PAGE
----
NCIT: The National Center for Intermodal Transportation
Background on NCIT, the National Center for Intermodal Transportation:
From single modal perspectives, the United States has developed one of the best transportation systems in the world. However, because each mode of transportation evolved independently of the others, they are not well integrated. As a result, it is difficult to transfer passengers and freight from one mode to another. Furthermore, some modes are over utilized, creating delays and hazards, while other modes are under utilized and have excess capacity. At NCIT, we believe that the overall contribution of the national transportation system can be increased by the creation of an intermodal system based on a more balanced and rational use of all modes of transportation. As such, the theme of NCIT is to promote the development of a safe and efficient national intermodal transportation system.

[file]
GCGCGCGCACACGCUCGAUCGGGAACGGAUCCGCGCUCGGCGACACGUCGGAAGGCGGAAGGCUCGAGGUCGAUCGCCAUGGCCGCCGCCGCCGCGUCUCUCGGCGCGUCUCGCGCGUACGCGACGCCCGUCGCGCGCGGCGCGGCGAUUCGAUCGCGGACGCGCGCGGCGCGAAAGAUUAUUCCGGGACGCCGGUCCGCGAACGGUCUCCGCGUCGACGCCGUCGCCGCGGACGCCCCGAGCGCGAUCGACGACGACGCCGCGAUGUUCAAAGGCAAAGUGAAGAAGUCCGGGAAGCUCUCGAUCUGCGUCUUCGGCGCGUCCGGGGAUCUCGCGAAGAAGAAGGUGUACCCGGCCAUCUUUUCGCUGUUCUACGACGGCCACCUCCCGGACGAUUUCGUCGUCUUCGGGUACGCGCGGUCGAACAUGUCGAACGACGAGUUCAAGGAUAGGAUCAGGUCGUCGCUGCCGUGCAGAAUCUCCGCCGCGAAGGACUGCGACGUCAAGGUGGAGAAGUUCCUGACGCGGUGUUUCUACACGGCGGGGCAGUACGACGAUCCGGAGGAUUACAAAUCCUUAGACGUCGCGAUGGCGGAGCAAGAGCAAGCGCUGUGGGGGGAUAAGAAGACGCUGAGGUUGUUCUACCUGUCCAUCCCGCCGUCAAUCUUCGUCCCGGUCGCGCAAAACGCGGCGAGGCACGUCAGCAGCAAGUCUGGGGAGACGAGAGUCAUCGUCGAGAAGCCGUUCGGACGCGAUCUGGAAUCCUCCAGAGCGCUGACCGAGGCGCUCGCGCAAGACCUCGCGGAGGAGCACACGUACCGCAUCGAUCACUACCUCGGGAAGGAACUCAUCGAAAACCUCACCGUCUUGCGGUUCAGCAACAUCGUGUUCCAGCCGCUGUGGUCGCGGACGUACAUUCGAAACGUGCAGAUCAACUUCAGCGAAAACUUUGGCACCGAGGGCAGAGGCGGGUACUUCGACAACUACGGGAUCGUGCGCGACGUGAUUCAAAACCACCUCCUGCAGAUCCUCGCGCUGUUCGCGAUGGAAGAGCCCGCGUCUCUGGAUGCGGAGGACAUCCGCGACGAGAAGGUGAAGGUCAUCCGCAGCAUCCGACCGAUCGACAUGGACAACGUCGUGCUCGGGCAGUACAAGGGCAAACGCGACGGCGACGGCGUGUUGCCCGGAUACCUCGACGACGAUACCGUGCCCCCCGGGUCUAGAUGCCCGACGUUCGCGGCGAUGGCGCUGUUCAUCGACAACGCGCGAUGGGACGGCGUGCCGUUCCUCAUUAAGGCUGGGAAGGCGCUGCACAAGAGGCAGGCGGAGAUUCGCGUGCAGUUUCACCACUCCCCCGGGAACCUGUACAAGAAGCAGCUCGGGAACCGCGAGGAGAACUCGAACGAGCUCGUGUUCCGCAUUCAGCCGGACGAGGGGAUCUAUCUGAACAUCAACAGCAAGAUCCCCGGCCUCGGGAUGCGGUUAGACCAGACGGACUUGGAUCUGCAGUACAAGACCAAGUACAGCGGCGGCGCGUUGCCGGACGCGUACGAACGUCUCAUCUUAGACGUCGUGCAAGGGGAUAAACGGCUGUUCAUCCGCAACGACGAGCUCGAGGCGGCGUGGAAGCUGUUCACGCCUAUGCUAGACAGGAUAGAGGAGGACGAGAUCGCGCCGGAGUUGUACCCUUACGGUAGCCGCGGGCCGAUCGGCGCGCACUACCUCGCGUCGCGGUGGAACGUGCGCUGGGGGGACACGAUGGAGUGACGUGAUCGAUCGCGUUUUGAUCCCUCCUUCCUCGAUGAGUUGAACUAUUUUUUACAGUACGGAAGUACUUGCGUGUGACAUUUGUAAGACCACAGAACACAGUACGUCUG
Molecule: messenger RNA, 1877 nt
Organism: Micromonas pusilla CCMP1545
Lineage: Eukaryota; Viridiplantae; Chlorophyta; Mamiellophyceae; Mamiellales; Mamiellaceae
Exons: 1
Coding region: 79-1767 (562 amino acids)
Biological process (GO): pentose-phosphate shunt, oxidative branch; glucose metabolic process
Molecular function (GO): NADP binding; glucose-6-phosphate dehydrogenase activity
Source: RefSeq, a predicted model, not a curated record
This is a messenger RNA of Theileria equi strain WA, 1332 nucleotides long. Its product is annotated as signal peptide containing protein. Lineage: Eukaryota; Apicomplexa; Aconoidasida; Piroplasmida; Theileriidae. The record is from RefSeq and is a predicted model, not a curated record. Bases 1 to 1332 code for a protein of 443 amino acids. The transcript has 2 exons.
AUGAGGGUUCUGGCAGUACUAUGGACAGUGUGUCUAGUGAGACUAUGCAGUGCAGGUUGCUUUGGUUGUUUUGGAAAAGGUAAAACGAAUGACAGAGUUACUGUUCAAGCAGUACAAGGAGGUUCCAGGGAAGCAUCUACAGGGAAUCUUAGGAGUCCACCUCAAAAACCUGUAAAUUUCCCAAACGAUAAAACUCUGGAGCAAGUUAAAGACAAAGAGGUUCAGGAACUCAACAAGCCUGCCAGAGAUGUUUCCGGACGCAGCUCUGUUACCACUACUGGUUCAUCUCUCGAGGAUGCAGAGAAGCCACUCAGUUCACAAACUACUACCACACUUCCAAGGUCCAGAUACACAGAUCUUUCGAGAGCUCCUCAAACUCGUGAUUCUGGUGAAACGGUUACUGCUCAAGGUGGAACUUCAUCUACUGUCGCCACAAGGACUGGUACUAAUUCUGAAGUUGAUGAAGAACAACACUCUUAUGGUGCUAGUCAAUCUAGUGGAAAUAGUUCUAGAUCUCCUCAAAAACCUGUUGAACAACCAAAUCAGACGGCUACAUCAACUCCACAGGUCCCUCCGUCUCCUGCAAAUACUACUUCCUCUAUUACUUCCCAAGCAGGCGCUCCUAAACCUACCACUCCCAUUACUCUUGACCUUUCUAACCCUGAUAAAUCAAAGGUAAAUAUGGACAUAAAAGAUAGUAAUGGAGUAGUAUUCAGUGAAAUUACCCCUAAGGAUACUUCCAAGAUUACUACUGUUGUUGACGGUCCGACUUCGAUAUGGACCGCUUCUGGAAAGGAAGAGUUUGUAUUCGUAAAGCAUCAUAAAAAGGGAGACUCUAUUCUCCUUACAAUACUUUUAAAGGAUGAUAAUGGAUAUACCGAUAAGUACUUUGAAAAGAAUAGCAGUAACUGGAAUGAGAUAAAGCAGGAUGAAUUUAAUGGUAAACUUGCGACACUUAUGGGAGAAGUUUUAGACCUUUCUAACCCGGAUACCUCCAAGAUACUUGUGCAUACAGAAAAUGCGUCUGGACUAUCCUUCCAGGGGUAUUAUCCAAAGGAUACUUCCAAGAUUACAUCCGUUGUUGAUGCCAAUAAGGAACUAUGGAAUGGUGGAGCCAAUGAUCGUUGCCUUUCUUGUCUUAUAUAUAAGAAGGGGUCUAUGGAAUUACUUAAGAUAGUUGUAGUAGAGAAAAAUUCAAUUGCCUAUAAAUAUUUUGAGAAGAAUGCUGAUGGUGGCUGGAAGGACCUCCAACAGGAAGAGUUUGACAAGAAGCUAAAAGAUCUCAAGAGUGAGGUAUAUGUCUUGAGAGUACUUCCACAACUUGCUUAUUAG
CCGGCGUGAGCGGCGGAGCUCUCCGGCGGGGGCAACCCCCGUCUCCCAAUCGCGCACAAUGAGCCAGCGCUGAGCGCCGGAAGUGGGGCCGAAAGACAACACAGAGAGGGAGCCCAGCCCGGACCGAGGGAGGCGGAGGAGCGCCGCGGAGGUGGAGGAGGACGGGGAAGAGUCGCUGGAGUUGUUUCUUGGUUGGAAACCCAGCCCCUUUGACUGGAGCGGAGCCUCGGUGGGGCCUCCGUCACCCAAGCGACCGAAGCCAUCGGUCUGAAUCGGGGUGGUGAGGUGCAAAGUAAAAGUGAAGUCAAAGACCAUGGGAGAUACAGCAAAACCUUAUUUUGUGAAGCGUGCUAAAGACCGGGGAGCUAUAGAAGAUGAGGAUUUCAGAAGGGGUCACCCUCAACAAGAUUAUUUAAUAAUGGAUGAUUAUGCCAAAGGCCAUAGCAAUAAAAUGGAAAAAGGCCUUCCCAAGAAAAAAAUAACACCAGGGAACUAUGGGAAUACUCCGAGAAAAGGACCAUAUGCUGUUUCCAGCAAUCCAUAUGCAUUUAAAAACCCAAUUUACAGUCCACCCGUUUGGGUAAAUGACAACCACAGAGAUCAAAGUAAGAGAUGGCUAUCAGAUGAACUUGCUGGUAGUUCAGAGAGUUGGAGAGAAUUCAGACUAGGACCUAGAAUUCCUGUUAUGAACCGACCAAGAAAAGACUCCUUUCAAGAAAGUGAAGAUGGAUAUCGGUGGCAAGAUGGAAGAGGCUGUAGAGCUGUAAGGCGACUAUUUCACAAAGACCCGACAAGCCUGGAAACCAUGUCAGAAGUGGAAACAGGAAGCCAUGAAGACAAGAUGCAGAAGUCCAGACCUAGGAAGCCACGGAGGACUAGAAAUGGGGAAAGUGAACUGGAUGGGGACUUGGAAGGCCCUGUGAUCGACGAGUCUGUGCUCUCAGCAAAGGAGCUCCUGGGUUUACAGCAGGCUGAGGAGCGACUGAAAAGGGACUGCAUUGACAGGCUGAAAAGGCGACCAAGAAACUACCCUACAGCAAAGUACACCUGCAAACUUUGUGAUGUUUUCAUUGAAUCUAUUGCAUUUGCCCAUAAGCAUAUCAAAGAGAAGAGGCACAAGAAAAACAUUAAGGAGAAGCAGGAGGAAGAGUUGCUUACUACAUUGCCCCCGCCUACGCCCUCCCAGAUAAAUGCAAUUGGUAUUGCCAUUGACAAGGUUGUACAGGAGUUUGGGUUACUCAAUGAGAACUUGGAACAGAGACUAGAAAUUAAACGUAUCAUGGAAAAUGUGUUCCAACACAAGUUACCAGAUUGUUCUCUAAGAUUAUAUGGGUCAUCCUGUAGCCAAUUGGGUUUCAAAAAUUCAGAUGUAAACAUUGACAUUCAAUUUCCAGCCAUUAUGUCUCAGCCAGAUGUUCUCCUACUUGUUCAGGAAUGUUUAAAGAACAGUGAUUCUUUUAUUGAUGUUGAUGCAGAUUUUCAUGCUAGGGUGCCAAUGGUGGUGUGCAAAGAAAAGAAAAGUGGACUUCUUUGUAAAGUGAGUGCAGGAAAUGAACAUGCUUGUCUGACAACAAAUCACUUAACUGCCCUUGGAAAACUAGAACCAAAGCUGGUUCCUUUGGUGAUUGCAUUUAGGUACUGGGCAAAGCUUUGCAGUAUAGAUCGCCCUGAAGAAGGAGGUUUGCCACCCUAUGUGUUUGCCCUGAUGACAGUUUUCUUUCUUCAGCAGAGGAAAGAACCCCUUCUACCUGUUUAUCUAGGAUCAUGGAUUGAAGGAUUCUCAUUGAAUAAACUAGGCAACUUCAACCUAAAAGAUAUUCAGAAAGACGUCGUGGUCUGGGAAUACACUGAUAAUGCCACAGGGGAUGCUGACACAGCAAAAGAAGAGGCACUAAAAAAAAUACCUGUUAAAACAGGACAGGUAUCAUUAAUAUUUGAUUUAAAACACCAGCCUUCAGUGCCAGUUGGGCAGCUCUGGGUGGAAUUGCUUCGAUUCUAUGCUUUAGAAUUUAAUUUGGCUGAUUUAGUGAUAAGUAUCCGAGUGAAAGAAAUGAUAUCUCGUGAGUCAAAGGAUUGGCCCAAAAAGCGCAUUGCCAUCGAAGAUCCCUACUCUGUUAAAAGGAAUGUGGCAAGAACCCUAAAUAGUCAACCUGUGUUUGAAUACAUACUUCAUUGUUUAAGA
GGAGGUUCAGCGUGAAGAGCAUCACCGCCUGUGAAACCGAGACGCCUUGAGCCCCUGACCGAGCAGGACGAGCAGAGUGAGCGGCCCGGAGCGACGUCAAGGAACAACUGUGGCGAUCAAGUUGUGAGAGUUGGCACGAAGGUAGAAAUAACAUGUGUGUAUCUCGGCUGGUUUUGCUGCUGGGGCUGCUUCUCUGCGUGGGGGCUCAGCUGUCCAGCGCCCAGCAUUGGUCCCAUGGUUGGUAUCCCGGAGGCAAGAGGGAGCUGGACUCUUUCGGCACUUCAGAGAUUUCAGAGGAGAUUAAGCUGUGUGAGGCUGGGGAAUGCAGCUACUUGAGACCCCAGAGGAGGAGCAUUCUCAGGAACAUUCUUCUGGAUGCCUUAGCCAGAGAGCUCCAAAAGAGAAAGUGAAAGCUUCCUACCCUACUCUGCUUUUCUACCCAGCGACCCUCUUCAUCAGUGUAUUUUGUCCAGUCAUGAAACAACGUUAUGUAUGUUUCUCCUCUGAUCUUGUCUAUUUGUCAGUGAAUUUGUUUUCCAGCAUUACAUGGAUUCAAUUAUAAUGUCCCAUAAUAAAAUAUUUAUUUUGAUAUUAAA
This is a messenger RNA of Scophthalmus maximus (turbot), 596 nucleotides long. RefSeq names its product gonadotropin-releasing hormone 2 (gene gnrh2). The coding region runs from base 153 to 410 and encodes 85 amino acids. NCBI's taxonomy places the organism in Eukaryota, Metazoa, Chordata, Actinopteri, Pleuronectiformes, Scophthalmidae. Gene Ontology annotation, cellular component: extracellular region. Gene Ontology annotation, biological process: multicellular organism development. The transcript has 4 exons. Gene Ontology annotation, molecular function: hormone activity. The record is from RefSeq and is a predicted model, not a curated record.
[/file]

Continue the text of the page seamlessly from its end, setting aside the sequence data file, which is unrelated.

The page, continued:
NCIT will focus on the assessment, design, and development of planning methodologies and tools, technology, and human resources needed to improve intermodal connectivity, capacity and to reduce congestion in our nation's transportation system. The NCIT will also seek to improve the capacity and capability of the workforce to meet the challenges of the increasingly complex passenger and freight transportation system. Congestion, competition, capacity, and conservation are the major challenges facing the US transportation system that can be met with the adoption of a serious commitment to intermodalism. The intermodal point-of-view involves looking at how individual modes can be connected, governed, and managed as a seamless and sustainable transportation system. That is, the fundamental objective of intermodalism is not to optimize a single mode of transportation but to integrate the modes into an optimal, sustainable, and ethical system. Such a system should promote efficiency, safety, mobility, economic growth and trade, national security, protection of the natural environment, and enhancement of human welfare. Such goals are consistent with those espoused by the United States Department of Transportation and found in the document titled, "Research, Development, and Technology Plan" (6th edition) as well as with the themes published in the Highway, Research, and Technology report (National Highway R&T Partnership, 2002). Intermodal systems also play an important role under crisis conditions such as: evacuations from coastal areas under hurricane threat; evacuation of metropolitan areas affected by earthquake, industrial accidents, or terrorist attacks; relief services to communities affected by disaster; highway closures due to fires, landslides, and accidents; recovery operations in devastated areas; and restoration of transport services after serious disruption. In providing solutions for such crisis situations, the NCIT will also benefit day-to-day transportation, which shares with crisis conditions the characteristics of congestion, highway safety hazards, and incident identification and response needs. The integration of the individual modes into a seamless intermodal system has been a national transportation policy since the promulgation of the Transportation Act of 1940.